Family drama ruffles the surface On Golden Pond
You’d be forgiven for believing you’re relaxing at the lake at the start of “On Golden Pond,” Village Theatre Waterdown’s latest production.
Jane Coryell’s brilliant set welcomes you into a cosy cottage nestled in a forested lake in Maine. Pictures — a sneaking suspicion they’re family members of the cast and crew — a fish and fishing tackle adorn the walls. Books, board games and puzzles are stacked beside a fireplace, awaiting a rainy day.
It’s idyllic. But, in theatre, you know all is not as it seems and, as you settle into your seat, you’re waiting for the other shoe to drop.
When we meet the cantankerous Norman Thayer, delightfully portrayed by Al French, we get an inkling about what’s going on.
The plot is uncomplicated but that doesn’t mean we’re dealing with light topics here. Ethel (Deb Dagenais) and Norman have returned to Golden Pond. Their estranged daughter, Chelsea, her fiancé and his son arrive for Norman’s 80th birthday. From the moment she calls her father Norman, we know their past and turbulent relationship will be reopened. Ernest Thompson’s script also tackles the challenges an aging couple face through dementia, feelings of uselessness and death.
French deftly guides us through Norman’s complexities. The beauty of his performance lies in his expert delivery of lines with their two-pronged intention — he’s funny and sharp-witted, yet with each word, we know something more sinister lurks beneath.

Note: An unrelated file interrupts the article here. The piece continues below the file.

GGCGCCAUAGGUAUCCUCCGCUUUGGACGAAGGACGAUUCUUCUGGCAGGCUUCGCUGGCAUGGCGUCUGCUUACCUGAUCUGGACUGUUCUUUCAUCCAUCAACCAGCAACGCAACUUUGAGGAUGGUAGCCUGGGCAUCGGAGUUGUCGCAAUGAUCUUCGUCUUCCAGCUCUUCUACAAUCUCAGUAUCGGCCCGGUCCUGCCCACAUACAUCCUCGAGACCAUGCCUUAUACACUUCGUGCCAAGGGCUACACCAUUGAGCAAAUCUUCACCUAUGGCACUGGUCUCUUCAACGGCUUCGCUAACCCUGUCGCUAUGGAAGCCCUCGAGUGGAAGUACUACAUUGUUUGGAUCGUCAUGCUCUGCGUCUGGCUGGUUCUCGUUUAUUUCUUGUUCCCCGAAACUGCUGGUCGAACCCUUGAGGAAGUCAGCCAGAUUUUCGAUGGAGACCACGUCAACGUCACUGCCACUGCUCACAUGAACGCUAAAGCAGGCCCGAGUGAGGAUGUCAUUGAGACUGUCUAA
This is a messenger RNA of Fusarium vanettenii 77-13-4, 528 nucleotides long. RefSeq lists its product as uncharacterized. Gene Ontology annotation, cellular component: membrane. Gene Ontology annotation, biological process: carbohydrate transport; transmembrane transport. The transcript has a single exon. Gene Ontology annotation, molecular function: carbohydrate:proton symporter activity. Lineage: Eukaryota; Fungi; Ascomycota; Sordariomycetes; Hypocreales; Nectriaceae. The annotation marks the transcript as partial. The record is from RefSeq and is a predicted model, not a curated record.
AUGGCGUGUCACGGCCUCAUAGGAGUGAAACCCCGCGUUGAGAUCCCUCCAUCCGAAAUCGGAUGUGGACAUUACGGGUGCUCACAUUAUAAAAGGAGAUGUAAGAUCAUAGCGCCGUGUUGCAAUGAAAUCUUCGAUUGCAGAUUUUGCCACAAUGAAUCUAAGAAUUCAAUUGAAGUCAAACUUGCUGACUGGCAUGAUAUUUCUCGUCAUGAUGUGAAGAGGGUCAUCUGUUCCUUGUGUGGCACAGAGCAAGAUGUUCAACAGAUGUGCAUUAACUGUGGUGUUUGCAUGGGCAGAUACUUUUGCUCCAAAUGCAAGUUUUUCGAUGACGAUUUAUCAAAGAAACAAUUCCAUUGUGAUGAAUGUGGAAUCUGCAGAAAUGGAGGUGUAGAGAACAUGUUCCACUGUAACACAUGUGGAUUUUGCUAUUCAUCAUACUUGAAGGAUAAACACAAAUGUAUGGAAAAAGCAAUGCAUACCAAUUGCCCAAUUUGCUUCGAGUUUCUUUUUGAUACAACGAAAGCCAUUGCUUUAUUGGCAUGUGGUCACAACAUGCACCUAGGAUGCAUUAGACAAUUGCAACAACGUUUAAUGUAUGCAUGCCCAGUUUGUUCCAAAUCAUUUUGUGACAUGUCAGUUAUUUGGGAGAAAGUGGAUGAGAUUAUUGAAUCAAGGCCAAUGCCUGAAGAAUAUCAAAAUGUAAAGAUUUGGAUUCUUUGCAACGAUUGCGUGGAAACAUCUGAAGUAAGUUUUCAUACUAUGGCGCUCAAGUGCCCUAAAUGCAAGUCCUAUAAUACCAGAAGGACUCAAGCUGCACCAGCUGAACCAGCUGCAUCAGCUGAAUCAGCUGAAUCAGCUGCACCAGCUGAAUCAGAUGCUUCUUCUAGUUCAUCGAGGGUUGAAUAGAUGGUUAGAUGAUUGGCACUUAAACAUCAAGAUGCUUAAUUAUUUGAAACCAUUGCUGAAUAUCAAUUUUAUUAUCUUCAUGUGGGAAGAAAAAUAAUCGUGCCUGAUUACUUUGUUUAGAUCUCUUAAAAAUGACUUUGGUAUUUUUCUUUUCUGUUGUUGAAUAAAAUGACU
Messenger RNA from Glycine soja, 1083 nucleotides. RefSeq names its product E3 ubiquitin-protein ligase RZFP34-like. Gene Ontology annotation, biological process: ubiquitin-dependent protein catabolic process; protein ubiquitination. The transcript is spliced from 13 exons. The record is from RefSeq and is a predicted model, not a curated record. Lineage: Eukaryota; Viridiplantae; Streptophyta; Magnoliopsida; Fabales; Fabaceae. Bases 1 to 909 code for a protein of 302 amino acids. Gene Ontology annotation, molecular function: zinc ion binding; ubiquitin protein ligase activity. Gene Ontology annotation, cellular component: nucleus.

Norman handles his frustration at not remembering his phone number by getting the operator to call him back and it’s comical. But, really, it’s not funny. His awkwardness during his reunion with Chelsea could have a strong bitter bent, but not with French in the lead. He moves us through these critical moments with our sympathy for him intact.
Dagenais as Ethel is excellent. One look conveys her worry at his failing memory or the love she still feels for him. She’s the glue holding Norman together,
as well as the cookie-baking grandmother everyone wants.
Joy Aubin, Marie Dickie and Amelia Steinbring keep us rugged with costumes straight from the L.L. Bean catalogue. “On Golden Pond” is timeless, its themes universal, so we (thankfully) don’t need to be placed in the late-1970s, when it was written. It would be disruptive to have bell bottoms, sideburns and polyester all over the place.
That’s why it’s jarring when Chelsea shows up wearing pumps and brown and gold patterned, wide-bottomed pants reminiscent of that era. We expect her to head to the disco. But she’s a Golden Pond regular. She knows it’s rural so why’s she dressed like this?
Daniel Oros, a Waterdown newcomer and whose theatre credits include high school productions, does a convincing job as Billy Ray. The instant we meet the foul-mouthed teen, we know he and Norman will get along like a house on fire. Norman shows the boy how to fish, Billy shows the octogenarian life is worth living.
Kevin Griffiths, as Charlie the postman, provides the right amount of comedic relief during mail deliveries. His laugh is infectious and helps lift the mood when we’ve picked a tad too much at past scabs.
Sara Burdulis does a good job as Chelsea and Brad Forbes, as her fiancé Bill Ray, mixes just the right amount of meek with valour when he stands up to Norman.
If the recent weather has you retreating to the confines of your house, venture out to the little cottage in Waterdown where you can hunker down for an enjoyable production showcasing a family that overcomes past hurts for a future full of promise.
Deb Dagenais, Daniel Oros and Al French as Ethel, Billy and Norman in “On Golden Pond.” The mouthy teen and the cranky Norman find common ground.
Deb Degenais and Al French as Ethel and Norman Thayer aptly tackle the challenges their aging characters face.